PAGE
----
Global surgery is a comet with a long tail. Decades of work, legions of people, and all of a sudden it lands like a bolt on the world’s agenda. There’s still a long way to go, but from The Lancet to Lake Geneva, it’s is getting more attention than ever before.
At Lifebox we’re proud to be part of the history of safer surgery and anaesthesia – and to be passionate advocates for its future.
So we were delighted to join some of the movement’s strongest allies in New York this week, as Lifebox trustee Dr Alexander Hannenberg joined an expert panel at a United Nations side event aimed at keeping surgery in the spotlight.
— Steve S.J. Lee (@steveleesj) September 21, 2016
Practical action was the priority: panelists addressed national surgical planning and locally-adapted solutions, financing and – a crucial element for Lifebox – the importance of partnerships in getting the work done, as the world takes a second swing at targeting a better world.
— The G4 Alliance (@theG4Alliance) September 22, 2016
Take the newly-launched Sustainable Development Goal number 3: ‘good health and well-being’ for all. It’s simply impossible without surgery and investment in surgical infrastructure – both more of it (for the 5 billion people dying without access), and safer care (for those lucky enough to get to a hospital and risk their lives on the Operating Room).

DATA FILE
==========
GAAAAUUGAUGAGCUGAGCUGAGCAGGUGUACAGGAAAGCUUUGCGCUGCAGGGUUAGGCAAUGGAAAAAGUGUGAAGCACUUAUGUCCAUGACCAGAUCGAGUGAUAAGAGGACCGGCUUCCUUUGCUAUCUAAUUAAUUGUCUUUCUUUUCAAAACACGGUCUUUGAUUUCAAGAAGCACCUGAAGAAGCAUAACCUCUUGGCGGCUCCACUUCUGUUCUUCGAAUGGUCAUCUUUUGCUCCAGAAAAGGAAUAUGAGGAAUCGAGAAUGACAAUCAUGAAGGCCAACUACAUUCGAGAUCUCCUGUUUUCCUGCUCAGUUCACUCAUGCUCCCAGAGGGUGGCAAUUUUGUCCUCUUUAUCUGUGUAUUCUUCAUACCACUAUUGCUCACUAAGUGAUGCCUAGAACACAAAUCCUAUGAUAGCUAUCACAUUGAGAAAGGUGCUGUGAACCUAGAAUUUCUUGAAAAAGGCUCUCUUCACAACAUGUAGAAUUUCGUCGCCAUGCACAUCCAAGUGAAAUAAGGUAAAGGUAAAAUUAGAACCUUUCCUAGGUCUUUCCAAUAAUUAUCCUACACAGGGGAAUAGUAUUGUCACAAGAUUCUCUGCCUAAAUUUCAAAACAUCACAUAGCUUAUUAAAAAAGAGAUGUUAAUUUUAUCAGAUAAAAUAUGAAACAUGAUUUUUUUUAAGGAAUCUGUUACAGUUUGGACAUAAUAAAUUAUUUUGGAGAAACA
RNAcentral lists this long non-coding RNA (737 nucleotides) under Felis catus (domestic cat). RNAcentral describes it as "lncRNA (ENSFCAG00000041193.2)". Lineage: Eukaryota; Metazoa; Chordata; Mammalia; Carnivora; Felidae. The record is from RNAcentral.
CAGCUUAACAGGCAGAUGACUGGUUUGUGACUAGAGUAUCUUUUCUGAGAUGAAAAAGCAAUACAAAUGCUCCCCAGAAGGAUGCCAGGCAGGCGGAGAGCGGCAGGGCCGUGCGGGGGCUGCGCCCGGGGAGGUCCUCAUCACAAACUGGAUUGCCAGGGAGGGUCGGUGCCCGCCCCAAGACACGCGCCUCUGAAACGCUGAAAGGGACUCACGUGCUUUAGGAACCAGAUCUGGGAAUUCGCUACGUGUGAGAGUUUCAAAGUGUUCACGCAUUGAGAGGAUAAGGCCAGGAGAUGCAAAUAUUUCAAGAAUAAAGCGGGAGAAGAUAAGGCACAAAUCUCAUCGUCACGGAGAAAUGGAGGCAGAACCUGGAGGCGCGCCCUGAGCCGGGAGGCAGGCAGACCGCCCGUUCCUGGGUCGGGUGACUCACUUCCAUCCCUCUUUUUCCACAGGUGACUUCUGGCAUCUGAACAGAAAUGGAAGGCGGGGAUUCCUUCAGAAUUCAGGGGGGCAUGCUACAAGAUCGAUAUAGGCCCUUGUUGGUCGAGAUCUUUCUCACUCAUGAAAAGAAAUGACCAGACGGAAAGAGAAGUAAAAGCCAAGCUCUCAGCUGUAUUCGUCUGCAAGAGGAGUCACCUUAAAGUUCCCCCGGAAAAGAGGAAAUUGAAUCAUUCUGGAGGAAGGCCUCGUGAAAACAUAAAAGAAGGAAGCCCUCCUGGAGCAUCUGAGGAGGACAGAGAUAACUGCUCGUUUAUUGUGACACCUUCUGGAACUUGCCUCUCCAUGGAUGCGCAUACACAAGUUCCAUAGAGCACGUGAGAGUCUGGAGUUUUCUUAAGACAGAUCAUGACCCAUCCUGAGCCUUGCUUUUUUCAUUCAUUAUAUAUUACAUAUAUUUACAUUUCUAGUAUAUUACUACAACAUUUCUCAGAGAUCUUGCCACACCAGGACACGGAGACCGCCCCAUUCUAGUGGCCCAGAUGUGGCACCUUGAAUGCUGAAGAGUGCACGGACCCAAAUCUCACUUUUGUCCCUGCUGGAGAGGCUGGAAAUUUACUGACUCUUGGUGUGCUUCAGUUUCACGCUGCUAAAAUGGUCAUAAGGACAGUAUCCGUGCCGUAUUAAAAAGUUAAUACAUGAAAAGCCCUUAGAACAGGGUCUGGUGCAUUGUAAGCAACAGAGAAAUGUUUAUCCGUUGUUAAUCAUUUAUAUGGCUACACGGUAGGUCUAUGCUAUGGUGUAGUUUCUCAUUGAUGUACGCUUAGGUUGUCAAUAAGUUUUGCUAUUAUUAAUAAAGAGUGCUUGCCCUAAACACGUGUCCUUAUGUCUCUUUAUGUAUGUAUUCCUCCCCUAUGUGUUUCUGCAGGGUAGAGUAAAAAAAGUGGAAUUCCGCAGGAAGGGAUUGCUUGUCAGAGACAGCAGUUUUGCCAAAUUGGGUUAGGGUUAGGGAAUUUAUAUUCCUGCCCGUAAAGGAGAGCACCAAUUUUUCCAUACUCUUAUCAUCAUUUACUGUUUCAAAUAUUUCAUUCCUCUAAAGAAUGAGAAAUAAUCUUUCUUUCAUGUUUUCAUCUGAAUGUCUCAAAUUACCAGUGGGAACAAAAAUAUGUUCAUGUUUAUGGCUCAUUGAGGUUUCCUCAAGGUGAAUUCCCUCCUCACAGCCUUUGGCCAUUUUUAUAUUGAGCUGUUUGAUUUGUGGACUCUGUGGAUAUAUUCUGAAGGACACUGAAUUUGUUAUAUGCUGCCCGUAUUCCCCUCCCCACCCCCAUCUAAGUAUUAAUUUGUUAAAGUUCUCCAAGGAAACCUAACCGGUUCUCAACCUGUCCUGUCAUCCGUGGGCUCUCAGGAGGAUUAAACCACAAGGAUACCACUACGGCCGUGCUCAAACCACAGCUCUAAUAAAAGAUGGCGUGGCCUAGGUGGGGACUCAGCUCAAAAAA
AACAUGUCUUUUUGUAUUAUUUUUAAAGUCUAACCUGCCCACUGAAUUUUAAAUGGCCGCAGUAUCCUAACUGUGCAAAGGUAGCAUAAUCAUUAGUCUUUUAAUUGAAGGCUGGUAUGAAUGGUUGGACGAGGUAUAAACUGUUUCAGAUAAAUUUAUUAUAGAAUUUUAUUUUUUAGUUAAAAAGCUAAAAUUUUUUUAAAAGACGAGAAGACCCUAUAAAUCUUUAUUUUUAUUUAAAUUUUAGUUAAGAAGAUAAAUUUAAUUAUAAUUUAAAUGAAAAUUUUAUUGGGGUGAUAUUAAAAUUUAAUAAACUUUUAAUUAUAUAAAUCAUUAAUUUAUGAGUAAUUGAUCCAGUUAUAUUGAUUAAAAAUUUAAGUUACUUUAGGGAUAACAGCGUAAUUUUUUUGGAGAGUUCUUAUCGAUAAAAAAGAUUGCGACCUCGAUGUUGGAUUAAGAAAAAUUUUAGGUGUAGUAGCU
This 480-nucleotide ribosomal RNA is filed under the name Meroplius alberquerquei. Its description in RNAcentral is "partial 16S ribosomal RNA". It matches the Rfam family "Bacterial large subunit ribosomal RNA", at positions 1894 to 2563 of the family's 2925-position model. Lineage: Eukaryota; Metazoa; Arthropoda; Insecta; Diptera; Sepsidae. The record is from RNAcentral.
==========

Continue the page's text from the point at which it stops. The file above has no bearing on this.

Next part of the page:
As Dr Hannenberg emphasised, “We are concerned not only about the 5 billion without access to surgery but also for those who undergo surgery under unsafe conditions and are at risk for preventable death and disability. Increasing access and volume of surgery carries with it an absolute imperative to improve the safety of the surgical care provided.”
With the SDGs challenging us to such an ambitious finish line, it’s vital that we work together – NGOs, politicians, advocates, academics, corporations and philanthropists – to build the track.
Wednesday’s panel, and the heavy Twitter traffic that took the message and the #ICommit2Surgery mantra from New York to the wider community was definitely another brick in the road, and we’re grateful to be part of the #safesurgery crew!
— Incision (@StudentSurgNet) September 22, 2016